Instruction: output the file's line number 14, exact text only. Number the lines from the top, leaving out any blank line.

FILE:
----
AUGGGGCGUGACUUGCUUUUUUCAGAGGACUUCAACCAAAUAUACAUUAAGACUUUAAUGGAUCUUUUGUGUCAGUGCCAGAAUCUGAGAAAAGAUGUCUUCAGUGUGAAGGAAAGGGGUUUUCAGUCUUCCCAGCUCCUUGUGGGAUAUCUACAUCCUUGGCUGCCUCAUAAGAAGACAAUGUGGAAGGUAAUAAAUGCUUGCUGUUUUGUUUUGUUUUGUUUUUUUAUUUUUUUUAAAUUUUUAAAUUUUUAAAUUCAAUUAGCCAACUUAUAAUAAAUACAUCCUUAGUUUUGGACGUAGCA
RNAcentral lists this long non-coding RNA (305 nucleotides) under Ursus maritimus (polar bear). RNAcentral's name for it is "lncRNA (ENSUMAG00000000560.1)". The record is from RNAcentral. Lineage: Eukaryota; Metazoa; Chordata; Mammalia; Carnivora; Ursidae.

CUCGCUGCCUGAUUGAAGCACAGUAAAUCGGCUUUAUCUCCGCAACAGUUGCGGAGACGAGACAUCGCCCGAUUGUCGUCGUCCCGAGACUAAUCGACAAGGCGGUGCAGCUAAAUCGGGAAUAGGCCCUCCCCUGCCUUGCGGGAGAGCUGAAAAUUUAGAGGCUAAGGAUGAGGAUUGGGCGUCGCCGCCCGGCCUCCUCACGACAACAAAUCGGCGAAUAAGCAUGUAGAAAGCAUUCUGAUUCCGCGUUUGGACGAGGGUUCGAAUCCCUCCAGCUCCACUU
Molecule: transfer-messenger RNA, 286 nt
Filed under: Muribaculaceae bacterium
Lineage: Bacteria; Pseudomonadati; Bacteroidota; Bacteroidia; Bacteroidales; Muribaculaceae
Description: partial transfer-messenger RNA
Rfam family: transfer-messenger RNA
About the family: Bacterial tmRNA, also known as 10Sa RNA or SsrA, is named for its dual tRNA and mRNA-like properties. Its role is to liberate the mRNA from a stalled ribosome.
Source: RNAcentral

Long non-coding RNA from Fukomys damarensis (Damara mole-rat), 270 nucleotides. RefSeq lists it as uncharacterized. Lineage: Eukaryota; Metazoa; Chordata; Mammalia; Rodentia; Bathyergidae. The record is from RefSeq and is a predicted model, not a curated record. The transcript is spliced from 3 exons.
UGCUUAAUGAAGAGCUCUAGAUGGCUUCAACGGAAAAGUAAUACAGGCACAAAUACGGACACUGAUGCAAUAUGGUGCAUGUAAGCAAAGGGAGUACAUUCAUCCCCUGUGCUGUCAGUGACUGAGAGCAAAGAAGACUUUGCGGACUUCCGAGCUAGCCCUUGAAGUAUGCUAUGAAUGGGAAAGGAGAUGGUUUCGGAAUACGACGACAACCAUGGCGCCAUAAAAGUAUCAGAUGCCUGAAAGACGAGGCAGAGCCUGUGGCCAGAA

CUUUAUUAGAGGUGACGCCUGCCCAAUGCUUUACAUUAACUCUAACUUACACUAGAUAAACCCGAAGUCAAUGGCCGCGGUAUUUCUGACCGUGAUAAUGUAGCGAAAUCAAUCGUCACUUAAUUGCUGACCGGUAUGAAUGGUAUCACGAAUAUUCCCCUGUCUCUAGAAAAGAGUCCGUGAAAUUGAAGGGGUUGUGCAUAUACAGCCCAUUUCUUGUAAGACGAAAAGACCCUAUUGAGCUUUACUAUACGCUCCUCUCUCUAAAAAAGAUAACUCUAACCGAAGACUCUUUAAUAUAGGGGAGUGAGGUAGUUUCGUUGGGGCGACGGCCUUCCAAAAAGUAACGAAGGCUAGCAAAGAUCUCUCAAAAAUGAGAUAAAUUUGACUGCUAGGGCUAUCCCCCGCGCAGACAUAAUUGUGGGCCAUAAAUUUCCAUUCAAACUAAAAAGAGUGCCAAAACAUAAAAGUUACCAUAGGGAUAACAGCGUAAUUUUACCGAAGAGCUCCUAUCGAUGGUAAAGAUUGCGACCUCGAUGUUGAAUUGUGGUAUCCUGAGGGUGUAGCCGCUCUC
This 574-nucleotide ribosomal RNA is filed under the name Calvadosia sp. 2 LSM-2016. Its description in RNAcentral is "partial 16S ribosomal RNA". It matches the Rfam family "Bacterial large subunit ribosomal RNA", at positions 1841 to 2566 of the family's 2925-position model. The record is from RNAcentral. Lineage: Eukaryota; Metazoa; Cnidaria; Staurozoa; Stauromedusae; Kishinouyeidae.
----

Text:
This 574-nucleotide ribosomal RNA is filed under the name Calvadosia sp. 2 LSM-2016. Its description in RNAcentral is "partial 16S ribosomal RNA". It matches the Rfam family "Bacterial large subunit ribosomal RNA", at positions 1841 to 2566 of the family's 2925-position model. The record is from RNAcentral. Lineage: Eukaryota; Metazoa; Cnidaria; Staurozoa; Stauromedusae; Kishinouyeidae.